Louisa for her husband wept, and day nor night she seldom slept,
The briny tears rolled from her eyes to sooth her aching heart,
Where is my Emperor? shecried, Oh! cursed be that gold that brib'd
Galse Grouchy to betray my brave Napoleon Buonaparte.

Some years he lived an exile, and mourned on St. Helena's shore,
And there, alas, he was deprived of evero bosom friend.
He respected was by high and low, through Europe wheresoever
you go;
On the Isle of St. Helena he there his days did end.
He cried my glass is nearly run. I can behold my setting sun ;
And as he spoke, he gently laid his hand upon his heart,
He looked around, and gave a smile and died upon St. Helena's Isle
And there they laid the ashes of Napoleon Buonaparte.

Now to erect a monument agreed is every soldier,
The peep, likewise the peasant, every Frenchman bold and brave ;
And in a very little they'll bring from St. Helena's Isle
The ashes of Napoleon that lsys mouldering in the grave.
In the city of great Paris a tomb will be erected,
For so spiending to ain his ashes and his heart,
And rich and poor who pass that way, will joyfully tribute pay,
To the ashes and the memory of Napolean Bronaparte

            SPEAK OF A MAN.

[NLS note: a graphic appears here - see image of page]

         The Old Mousqnetaire.

'Neath a vine cover'd porch sat an old musquetaire,
Watching intently a fair child at play,
The toys around him scatter'd, tho' simple they were,
Pore the old soldier's thoughts for away;
At the sound of the drum he was feeble no more,
But flourish'd his crutch in the air—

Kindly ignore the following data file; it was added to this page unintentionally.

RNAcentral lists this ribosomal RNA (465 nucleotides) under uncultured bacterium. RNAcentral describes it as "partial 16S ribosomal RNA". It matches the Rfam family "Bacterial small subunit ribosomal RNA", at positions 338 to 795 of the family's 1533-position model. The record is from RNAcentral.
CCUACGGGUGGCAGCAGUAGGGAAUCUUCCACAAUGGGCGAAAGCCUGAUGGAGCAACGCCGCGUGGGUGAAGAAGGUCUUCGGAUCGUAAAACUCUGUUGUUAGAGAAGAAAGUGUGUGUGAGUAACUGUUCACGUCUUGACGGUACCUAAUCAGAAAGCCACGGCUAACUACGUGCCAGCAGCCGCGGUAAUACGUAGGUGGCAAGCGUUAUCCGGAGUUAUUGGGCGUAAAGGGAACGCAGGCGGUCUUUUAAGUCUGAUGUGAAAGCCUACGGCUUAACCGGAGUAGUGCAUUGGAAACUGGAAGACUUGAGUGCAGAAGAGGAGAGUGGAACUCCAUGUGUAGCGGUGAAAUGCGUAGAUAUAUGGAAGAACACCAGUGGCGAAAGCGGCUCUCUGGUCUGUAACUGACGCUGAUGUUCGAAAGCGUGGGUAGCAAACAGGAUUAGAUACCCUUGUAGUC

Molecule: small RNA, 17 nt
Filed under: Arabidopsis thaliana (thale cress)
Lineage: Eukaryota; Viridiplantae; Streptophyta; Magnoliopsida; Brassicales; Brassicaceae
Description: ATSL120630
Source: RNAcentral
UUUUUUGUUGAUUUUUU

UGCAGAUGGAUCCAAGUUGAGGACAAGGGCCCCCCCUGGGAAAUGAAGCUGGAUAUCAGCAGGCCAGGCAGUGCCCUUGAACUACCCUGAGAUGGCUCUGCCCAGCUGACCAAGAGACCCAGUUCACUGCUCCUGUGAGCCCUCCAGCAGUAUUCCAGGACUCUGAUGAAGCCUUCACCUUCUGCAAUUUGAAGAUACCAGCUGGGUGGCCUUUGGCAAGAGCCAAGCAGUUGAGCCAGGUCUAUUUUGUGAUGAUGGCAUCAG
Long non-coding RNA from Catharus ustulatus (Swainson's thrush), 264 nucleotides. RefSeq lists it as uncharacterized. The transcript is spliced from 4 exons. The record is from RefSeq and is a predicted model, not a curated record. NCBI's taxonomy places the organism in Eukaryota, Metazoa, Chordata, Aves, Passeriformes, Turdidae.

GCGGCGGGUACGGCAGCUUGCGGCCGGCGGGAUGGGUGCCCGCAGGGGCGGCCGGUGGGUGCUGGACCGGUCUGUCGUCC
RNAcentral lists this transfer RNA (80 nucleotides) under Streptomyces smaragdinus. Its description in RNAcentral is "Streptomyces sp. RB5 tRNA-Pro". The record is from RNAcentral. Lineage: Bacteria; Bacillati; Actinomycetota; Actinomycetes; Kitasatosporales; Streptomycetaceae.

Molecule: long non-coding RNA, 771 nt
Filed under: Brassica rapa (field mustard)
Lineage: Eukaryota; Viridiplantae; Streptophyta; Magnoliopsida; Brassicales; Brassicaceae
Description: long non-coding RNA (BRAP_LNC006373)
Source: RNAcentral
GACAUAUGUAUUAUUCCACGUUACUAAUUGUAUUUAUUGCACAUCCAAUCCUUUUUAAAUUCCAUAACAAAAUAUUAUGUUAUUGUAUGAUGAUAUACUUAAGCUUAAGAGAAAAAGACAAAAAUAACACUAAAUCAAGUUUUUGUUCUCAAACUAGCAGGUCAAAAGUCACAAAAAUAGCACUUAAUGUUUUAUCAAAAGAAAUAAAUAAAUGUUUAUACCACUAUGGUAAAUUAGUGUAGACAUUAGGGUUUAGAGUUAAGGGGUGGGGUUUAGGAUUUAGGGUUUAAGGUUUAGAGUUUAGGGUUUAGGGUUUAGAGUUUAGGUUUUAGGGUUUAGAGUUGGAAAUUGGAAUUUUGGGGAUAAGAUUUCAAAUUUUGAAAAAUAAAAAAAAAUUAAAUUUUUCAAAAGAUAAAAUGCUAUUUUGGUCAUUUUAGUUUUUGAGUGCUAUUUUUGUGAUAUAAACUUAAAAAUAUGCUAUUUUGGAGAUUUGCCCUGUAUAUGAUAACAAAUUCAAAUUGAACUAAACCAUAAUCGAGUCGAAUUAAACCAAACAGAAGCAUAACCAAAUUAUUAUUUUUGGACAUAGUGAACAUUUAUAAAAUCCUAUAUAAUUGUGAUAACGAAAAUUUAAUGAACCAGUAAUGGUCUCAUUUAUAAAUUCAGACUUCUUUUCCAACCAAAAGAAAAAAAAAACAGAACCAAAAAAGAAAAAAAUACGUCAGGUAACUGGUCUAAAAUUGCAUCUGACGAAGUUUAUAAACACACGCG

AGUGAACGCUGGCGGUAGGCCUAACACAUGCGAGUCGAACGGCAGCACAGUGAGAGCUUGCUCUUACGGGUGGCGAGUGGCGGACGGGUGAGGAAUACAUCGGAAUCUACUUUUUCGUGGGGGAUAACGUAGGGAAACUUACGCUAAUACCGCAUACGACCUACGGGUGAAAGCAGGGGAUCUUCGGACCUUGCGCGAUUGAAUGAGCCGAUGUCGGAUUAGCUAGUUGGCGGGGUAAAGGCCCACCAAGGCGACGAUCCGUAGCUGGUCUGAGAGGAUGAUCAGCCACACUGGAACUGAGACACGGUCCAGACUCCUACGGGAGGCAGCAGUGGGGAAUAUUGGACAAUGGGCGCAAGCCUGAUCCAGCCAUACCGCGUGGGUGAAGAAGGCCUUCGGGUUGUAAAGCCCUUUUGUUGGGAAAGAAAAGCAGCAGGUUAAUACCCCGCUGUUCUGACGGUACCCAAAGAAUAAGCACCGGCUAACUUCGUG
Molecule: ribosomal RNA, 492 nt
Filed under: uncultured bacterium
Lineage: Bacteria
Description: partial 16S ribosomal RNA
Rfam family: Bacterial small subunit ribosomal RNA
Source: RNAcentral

"If a soldier you be, find a tutor in me :
Shoulder arms !" cried the old mousquetaire.

Then the old mousquetaire, spoke in warlike amy,
He built mimic ramparts, and storm'd mimic tower;
Oh, the heart of a soldier was formed that day,
In the garden of fresh wild flowers;
" 'Twas thus" he cried, " our Emperor stood,
His sword flashing bright in the air;
His cry, 'Vive la France brave! comrades advance.
To the charge I on my brave mousquetaire."

" My musket and sword I have hung up to rest,
With my knapsack and belt and batter'd canteen,
At Jena, at Wagram, the East and the Wast,
With the old mousquetaire they have been,
I could still stand a brush tho' nearly four score,
But prudence now whispers beware,
For the period draws nigh when King Death's shall cry,
' Pile your arms, to the old mousquetaire.' "


Oh, speak of a man as you find him,
And censure alone what we see;
And should a man blame, let's remind him,
From vice we are none of us free;
If the the veil from the heart could be torn,
And the mind could be read on tne brow,
There are many wee'd pass by in scorn
We are loading'with high honours now.

Let's speak of a man as we find him,
And heed not what others may say,
If he's frail why a kind word will bind him,
When coldness may turn him away,
For the heart must be barren indeed,
Where no bud of repentence can bloom ;
Then why should we cause it to bleed,
If a smile or a frown change its doom.